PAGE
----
When this is all said and done though, the simple fact of the matter, is that whether you understood it from the documentation or not, the root filesystem must be btrfs for Rockstor to function correctly.

If you ignore the warnings, you may be able to get some limited functionality for it, however the developers (and likely the forum members) will be unlikely to help you solve issues when deliberately ignoring the correct installation procedure.

I won’t argue this further - My recommendation - either use Rockstor with it’s recommended, or don’t use it.
There are plenty of alternatives for those not wanting the capabilities of BTRFS, whereas Rockstor is build with only BTRFS in mind.

I was merely asking why BTRFS is better than EXT, that is all.
I was not stating that that is what you are stating, but it was because there has to be a reason that BTRFS is REQUIRED so that it will work.
So with BTRFS that means I’m being forced to use an HDD instead of an SSD?
I do not know therefore I am asking. I’m not argueing anything I’m just trying to understand what the documentation does not say. If the documentation stated it all then it would be there and I would not be asking.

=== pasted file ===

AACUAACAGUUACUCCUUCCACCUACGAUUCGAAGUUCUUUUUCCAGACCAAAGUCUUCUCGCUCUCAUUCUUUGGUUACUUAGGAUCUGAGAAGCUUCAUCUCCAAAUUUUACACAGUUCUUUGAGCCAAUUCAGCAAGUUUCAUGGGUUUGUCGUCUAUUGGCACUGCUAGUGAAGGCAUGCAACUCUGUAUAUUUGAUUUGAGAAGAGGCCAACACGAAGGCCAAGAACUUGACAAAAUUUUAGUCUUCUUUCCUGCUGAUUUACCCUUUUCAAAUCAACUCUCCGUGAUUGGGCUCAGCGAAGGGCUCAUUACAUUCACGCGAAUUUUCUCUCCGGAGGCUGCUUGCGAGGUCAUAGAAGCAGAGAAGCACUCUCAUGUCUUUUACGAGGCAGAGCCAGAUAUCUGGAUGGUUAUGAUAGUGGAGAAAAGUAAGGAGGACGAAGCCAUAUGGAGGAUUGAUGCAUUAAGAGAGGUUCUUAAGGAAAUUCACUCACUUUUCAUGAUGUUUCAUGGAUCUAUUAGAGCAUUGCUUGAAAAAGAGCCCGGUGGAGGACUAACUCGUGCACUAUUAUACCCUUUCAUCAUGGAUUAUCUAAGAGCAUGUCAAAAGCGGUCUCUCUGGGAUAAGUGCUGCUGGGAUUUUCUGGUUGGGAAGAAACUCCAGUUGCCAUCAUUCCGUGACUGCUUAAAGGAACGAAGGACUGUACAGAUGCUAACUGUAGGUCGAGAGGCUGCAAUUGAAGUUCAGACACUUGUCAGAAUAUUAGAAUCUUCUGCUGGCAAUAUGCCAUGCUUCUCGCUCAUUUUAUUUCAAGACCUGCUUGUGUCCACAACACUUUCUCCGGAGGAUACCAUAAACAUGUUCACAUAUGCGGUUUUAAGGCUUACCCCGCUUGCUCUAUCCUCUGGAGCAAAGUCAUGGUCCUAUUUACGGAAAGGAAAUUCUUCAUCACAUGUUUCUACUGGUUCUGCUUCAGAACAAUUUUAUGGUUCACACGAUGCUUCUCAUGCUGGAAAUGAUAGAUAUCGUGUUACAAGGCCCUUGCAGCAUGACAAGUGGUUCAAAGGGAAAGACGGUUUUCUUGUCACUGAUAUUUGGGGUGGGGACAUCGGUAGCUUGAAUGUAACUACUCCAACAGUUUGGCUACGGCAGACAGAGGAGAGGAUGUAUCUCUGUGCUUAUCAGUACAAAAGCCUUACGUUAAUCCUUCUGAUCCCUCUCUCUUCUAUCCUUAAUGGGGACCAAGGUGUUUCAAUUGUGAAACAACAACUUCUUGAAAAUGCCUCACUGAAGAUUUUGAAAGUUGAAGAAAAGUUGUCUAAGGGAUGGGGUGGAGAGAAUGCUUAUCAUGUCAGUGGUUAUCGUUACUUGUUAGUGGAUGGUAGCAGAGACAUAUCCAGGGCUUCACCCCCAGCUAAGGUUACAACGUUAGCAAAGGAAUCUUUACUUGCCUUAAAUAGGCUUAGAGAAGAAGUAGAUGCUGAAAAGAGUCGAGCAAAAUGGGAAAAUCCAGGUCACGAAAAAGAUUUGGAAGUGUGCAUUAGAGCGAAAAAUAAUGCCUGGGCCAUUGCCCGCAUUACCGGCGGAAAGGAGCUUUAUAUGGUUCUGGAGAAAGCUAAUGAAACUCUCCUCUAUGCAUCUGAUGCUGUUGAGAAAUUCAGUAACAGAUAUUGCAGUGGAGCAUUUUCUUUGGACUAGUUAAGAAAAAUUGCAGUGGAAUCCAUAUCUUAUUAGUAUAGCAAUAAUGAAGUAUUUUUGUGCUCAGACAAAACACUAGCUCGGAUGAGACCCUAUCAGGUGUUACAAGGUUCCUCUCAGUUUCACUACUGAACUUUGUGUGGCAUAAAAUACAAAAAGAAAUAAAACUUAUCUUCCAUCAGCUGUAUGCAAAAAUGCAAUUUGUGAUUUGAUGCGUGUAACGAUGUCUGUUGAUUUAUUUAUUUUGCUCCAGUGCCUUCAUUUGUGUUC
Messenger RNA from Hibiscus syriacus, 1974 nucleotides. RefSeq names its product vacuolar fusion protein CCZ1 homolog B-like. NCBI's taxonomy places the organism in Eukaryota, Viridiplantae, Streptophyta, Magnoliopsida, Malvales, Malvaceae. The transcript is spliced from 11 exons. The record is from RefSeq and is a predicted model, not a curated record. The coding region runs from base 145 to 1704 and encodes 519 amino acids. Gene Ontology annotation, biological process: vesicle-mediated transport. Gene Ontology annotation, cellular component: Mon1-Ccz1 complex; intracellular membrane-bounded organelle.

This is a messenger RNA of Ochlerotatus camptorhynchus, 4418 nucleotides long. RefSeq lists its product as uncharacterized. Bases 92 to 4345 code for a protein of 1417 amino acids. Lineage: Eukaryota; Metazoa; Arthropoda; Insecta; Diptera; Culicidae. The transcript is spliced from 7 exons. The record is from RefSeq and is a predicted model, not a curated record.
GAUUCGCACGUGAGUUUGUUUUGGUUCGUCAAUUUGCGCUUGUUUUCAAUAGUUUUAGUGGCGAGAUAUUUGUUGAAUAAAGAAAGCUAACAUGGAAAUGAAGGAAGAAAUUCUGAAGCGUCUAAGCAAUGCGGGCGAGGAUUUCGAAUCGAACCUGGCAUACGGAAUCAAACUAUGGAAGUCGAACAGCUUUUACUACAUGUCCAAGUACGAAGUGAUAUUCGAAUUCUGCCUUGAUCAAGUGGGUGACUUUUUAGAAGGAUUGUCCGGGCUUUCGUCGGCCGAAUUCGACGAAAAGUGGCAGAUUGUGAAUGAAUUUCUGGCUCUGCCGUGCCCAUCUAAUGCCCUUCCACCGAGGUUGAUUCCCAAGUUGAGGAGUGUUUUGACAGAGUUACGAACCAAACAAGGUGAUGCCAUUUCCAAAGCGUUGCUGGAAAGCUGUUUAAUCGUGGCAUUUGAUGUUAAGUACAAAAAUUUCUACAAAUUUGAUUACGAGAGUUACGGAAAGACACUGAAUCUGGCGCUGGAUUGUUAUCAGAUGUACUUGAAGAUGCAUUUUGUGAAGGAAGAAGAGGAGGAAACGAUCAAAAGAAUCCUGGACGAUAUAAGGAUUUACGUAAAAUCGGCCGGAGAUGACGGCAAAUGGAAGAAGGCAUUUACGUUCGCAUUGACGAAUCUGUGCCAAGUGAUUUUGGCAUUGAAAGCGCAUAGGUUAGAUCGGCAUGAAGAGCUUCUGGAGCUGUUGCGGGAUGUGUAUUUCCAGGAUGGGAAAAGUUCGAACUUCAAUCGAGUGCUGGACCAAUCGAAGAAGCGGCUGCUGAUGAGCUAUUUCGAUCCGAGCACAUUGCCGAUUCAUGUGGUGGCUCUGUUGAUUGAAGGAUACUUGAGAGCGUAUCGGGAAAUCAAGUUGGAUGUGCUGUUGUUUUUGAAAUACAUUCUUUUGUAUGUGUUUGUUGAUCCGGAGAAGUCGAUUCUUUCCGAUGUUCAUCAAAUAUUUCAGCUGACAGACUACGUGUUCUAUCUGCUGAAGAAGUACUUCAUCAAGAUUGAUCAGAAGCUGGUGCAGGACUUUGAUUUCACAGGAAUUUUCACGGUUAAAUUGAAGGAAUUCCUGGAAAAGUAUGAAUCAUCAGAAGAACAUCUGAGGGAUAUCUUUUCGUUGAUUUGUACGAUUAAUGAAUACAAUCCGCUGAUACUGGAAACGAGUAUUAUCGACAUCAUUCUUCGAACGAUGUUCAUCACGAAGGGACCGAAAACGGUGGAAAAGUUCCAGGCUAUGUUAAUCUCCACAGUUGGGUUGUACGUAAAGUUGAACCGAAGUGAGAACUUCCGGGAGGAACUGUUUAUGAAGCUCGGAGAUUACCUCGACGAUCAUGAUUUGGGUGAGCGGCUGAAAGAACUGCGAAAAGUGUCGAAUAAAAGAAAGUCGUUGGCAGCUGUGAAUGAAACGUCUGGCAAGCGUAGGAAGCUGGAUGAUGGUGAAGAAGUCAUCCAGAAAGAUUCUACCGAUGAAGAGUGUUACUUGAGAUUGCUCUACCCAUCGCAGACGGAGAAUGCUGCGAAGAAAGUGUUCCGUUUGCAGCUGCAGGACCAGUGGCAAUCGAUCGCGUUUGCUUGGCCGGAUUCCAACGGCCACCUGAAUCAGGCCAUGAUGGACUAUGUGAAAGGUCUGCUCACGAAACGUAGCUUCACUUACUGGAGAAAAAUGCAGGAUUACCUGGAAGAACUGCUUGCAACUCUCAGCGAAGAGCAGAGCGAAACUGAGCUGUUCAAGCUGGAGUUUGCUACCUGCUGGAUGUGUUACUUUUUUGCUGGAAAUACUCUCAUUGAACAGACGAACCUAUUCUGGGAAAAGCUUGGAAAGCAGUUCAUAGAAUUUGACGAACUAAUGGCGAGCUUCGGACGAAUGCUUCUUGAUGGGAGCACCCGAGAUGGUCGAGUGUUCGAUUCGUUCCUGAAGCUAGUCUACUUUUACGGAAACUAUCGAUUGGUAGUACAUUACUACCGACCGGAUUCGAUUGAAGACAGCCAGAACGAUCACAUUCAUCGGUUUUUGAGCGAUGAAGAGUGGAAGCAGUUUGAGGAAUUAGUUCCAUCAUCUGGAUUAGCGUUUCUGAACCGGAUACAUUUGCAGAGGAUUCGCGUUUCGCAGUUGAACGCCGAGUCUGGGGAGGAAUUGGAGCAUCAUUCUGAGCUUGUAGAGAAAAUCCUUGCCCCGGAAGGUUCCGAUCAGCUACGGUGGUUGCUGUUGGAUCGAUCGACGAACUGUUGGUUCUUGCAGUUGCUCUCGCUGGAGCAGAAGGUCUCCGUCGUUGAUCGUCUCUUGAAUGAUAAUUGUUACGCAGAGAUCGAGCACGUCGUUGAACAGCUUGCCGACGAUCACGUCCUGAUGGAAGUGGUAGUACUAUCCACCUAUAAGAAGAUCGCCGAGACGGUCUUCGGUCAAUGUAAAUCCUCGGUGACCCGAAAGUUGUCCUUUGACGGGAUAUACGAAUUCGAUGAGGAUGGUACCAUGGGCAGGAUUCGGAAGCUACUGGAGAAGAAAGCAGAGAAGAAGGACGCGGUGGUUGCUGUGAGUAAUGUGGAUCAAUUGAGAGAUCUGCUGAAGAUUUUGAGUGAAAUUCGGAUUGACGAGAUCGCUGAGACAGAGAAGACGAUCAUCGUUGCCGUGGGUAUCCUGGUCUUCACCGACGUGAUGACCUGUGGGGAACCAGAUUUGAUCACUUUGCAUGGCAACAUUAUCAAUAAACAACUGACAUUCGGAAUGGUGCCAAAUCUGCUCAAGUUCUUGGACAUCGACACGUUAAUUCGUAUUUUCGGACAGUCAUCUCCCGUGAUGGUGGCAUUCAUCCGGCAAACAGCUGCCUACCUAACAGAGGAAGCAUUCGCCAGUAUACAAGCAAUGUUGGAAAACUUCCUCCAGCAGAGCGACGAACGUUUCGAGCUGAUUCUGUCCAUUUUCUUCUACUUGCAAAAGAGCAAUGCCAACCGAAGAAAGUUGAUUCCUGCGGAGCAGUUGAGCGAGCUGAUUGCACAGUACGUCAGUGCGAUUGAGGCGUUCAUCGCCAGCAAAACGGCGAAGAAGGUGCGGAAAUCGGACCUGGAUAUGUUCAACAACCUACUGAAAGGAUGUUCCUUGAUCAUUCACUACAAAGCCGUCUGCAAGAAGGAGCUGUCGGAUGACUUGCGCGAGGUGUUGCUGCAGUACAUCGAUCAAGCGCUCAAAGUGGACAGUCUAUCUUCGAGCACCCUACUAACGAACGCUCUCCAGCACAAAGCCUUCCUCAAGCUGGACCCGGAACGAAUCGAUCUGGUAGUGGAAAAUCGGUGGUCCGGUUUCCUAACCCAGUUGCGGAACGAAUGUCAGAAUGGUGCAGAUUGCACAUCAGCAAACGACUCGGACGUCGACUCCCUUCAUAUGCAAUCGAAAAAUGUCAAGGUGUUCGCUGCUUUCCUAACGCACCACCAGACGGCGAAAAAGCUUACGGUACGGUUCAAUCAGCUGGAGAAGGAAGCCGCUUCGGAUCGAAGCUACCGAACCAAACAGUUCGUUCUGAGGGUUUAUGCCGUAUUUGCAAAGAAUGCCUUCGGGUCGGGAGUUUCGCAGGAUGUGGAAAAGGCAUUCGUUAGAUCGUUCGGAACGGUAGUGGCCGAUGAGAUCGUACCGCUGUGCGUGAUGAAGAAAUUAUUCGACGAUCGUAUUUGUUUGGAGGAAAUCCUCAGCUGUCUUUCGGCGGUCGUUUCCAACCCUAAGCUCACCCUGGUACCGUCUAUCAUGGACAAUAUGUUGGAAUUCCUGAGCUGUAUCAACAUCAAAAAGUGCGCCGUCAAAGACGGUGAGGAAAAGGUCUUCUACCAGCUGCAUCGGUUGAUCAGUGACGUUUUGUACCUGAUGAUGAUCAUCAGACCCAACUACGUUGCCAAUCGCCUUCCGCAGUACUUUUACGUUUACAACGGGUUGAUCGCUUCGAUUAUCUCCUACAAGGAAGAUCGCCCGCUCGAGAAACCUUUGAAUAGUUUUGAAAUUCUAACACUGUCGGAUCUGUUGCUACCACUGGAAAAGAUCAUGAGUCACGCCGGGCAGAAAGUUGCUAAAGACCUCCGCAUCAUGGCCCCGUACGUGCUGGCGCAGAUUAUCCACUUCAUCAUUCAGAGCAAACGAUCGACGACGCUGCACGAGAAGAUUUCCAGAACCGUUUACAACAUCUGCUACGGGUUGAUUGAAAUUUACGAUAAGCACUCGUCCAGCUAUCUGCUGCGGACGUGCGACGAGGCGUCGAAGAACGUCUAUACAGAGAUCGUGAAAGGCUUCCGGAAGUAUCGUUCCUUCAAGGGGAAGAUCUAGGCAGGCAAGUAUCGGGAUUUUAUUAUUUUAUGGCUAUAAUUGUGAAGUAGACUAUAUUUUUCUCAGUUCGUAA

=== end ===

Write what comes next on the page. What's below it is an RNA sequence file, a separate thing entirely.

I use EXT2 on SSDs. This is doe to the fact that there is no journaling thus excess overhead from it and so it extends the life of the SSD due to less writes.
My whole premise is based around not shortenning the life of an SSD for no reason at all other than to have a filesystem on there that is not actually needed.

Thus I’m trying to understand why it is REQUIRED to have BTRFS on there for the operating system which in all scenarios has no need to have replication or snapshots or alter it’s size or have a large filesystem, it isn’t small nor needing things stored into “metadata”, (because it should all be stored on the disk anyway), reflinks I have no idea about as I normally use softlinks and hardlinks because I control the system and nothing can change in that regard. Subvolumes aren’t needed because the disk for the OS is already the way it is and uses that drive so it can’t grow or need to be shrunken.
It doesn’t need compression as it is the operating system, and all it needs to handle are the logs. Incrimental backups, all it needs to backup is the configuration files.

So as far as I can see, the only real reason for having BTRFS on the main drive is RefLinks. I will have to investigate those to see why Reflinks on the OS drive are so important.

(This is all just my personal opinion as a guy that has been using Unix based systems for many years and never been FORCED to have something that is NOT needed there that creates overhead on the system that just isn’t needed.

BTRFS for the data drives, that I can completely 100% agree with and understand. Because data is important. But the OS doesn’t need to have all that stuff done to it all the time. There is simply no need for it as a NAS server.

It depends on the usage. It isn’t necessarily better, it’s different.
That said, as stated previously, there are many things BTRFS is better at, whether you use those features is up to you.

Because that’s the way the Rockstor software has been designed. It only understands how to manage BTRFS disks. Not using BTRFS breaks it’s way of handling things. You can probably coax some functionality out of it, but why bother for something that works well anyway?